Těšínské slezsko

Tradition, folklore, food and drink in Těšín Silesia

The entire region of Těšín Silesia is famed for its unique folklore. For many centuries this colourful and vibrant culture has brightened up the hard lives of the local people. Regional traditions from three countries – the Czech Republic, Poland and Slovakia – have put down strong roots here, and still live on today in folklore, customs, handicrafts, distinctive local food and drink, and wonderful festivals.

Tradition, folklore, food and drink in Těšín Silesia
The local dialect also remains widespread: known as ‘po naszymu’ (meaning simply ‘our language’ or ‘the way we speak’), it is shared by people throughout the region, whatever side of the border they live on. Těšín Silesia also has its own distinctive style of architecture. The traditional wooden buildings include picturesque cottages and timber-built churches – step inside and you are transported back in time. For a taste of traditional local life, you can visit Kotula’s cottage (Kotulova dřevěnka) in Havířov, now a museum, or one of the many wooden churches in the region.
 
 
Even on a short visit to Těšín Silesia, you are sure to encounter some aspect of the local folklore – traditional costumes, regional music, handicrafts or folk customs. But the best way to explore the true soul of the region and its traditions is to visit one of the many folklore and festivals held here throughout the year – some of which have been nurturing the local culture for decades. Immerse yourself in the vibrant local culture at one of these magical events and you’ll soon forget where the present ends and the past begins, as local people proudly continue to maintain the traditions, customs and crafts of their ancestors. The region also has its own distinctive style of cooking, traditionally based on modest and cheap ingredients that were easily available. Soups have always been at the heart of the local cuisine, and sometimes a soup can be an entire meal – tasty, filling, and nourishing. Among the best-known soups of the region is kapušňonka (or kapušnica), made with sauerkraut to which bacon rind or pig’s trotters might be added for extra richness. Meat was for special occasions, so it was treated with great care – often marinaded, cured, smoked or pickled. The Těšín Beskydy mountains were ideal terrain for sheep-farming, producing not only wool, but also cheeses and lamb or mutton. But most dishes were traditionally meat-free, with potatoes and cabbage dominating the local diet in various forms. A favourite way of cooking potatoes was as pancakes – raw grated potatoes were mixed with a little flour and eggs (if available), and the cakes were cooked on a griddle and eaten with pork fat or cream. Another everyday dish was baked potatoes (known as piečoki) or boiled potatoes served with milk or buttermilk.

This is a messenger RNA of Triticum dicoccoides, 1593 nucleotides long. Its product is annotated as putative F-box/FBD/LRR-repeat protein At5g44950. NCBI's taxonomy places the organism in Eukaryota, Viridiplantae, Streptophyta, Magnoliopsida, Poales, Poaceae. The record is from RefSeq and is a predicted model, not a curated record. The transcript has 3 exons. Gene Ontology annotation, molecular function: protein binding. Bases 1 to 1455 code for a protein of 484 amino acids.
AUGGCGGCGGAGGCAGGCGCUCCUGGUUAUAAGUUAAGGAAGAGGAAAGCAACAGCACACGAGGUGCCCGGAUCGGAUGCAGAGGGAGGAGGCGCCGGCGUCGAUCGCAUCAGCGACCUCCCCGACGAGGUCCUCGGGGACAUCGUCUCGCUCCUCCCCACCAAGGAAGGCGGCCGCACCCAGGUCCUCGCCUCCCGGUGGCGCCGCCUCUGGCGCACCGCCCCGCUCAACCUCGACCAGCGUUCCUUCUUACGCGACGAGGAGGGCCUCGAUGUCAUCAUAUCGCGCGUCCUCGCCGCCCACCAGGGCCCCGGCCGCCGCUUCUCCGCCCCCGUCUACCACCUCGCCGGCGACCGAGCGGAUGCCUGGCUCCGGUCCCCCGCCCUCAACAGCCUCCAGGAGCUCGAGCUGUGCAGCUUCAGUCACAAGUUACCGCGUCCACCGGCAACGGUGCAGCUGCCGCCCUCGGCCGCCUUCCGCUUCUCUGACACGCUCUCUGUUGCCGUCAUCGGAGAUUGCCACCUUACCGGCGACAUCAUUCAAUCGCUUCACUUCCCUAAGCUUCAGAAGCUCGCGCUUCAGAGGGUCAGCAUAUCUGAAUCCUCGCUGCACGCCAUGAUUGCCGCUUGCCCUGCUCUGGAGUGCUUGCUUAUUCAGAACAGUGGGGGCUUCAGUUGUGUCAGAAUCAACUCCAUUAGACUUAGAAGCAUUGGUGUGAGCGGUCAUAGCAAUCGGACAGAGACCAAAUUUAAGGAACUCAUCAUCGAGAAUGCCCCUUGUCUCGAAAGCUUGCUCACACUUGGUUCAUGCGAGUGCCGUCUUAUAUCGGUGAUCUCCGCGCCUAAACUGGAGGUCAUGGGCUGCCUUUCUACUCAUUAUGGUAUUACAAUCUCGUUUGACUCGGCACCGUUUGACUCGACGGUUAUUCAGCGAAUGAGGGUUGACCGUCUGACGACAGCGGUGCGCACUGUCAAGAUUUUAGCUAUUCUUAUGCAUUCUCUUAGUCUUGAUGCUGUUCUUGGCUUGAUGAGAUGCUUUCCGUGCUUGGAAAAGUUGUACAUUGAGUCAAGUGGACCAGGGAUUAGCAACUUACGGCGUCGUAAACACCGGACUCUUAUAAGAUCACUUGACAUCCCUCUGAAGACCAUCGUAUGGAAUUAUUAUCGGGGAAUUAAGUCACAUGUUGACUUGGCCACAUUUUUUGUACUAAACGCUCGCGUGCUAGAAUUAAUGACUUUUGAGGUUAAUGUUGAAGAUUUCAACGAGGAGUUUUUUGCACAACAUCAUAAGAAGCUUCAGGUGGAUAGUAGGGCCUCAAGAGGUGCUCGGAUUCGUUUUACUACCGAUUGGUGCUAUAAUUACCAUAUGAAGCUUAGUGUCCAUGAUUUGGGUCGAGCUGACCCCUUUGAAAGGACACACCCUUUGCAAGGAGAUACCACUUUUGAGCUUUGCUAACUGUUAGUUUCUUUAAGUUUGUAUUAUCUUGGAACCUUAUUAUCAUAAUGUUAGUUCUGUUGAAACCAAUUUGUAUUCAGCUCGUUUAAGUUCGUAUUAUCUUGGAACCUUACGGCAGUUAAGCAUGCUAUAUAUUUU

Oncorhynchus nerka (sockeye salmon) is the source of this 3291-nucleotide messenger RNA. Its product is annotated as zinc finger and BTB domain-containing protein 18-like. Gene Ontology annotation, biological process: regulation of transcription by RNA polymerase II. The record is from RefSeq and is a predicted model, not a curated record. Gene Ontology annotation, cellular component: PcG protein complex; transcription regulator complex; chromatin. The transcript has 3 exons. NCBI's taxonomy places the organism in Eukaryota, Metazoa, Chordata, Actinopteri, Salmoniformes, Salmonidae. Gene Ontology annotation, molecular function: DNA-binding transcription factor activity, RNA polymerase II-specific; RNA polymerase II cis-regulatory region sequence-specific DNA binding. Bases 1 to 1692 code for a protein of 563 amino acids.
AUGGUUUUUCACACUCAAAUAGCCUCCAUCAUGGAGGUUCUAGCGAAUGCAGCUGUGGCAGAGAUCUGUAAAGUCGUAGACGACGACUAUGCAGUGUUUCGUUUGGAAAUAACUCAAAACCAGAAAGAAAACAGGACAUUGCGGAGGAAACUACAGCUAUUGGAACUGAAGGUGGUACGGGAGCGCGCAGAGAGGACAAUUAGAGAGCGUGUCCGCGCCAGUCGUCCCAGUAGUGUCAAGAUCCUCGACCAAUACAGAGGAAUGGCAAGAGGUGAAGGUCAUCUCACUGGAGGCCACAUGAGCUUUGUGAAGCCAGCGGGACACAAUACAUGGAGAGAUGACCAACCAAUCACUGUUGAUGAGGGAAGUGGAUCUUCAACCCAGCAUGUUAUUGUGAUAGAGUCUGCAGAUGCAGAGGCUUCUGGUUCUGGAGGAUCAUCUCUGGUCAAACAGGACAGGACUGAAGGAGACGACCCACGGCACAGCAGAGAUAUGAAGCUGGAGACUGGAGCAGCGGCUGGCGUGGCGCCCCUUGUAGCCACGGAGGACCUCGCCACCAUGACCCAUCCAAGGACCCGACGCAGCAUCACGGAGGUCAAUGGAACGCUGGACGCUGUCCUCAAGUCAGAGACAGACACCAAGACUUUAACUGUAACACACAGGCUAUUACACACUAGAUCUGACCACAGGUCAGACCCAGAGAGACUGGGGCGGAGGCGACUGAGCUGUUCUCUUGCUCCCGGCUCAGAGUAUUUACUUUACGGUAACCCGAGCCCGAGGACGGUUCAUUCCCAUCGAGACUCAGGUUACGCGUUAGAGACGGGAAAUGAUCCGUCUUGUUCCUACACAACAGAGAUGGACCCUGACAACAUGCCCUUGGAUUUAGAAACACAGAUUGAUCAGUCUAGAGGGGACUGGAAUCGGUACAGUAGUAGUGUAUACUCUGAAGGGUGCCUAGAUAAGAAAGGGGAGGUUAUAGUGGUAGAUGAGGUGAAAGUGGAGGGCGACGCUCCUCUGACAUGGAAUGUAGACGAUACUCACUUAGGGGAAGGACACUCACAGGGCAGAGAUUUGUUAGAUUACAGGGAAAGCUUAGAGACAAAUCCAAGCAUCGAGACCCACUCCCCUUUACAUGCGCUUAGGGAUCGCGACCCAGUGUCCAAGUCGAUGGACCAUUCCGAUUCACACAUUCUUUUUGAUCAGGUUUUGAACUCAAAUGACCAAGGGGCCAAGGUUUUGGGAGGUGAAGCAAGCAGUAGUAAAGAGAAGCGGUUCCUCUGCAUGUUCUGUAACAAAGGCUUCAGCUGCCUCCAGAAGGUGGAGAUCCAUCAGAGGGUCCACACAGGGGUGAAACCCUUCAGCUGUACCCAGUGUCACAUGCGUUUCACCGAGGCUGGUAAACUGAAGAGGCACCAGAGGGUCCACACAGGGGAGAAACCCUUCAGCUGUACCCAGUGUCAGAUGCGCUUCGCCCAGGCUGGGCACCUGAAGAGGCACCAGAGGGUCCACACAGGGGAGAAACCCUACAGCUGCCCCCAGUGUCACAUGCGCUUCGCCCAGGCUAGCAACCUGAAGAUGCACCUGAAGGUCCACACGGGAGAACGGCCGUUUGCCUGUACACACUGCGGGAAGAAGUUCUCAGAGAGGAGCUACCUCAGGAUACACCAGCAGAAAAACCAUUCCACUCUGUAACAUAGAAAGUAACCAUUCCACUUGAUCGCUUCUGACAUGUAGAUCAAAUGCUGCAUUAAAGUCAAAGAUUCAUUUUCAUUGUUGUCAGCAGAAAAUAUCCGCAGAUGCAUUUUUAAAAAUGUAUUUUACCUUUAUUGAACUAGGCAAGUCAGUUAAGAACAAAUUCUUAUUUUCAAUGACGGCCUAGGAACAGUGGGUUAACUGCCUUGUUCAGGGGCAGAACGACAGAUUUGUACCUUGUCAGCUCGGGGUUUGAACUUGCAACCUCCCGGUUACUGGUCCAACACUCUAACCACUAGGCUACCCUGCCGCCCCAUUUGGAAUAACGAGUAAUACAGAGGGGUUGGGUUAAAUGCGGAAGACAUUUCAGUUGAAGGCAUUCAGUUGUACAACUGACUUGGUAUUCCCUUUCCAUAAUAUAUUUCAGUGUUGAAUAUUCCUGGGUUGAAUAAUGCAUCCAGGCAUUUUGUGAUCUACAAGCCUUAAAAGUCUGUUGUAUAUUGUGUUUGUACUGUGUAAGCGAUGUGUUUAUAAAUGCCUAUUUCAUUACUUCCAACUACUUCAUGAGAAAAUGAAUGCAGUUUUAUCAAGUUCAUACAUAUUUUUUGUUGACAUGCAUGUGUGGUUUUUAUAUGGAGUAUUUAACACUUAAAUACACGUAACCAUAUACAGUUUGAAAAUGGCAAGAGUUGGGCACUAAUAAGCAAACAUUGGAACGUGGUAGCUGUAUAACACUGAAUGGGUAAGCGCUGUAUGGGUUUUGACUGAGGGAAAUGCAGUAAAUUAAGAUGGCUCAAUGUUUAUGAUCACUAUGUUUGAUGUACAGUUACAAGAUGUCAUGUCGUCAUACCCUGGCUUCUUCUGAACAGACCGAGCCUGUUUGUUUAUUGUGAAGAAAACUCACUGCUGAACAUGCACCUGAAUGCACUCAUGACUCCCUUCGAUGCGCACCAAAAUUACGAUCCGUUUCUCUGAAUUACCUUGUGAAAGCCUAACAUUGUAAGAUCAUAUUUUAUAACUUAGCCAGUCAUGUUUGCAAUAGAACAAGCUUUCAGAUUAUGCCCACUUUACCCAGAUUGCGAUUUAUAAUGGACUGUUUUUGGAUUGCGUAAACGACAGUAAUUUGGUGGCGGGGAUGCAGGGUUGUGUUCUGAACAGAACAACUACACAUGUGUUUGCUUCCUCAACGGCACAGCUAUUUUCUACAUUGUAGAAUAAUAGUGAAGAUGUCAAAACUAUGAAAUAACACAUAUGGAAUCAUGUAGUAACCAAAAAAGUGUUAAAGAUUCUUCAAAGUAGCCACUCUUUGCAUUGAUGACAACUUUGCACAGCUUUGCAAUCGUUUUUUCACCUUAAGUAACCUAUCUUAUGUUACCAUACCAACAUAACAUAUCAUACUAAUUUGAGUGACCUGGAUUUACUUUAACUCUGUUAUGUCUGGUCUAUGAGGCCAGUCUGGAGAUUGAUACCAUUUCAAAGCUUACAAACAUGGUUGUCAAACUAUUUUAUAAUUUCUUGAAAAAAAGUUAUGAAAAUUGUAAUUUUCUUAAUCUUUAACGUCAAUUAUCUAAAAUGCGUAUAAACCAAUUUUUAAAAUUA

The region’s folklore festivals are alive with the rhythms of local folk music, with wonderful performances by singers and dancers. A festival is an unforgettable cultural experience – you can see skilled craftsmen at work, sample delicious local specialities, and make new friends over a glass of the region’s famous ‘mjodula’ (a type of honey- flavoured hot punch) or fruit brandies. All in all, a perfect way to experience the warm welcome of Těšín Silesia and its unique traditional culture.
 
  • Published: 6.12.2011
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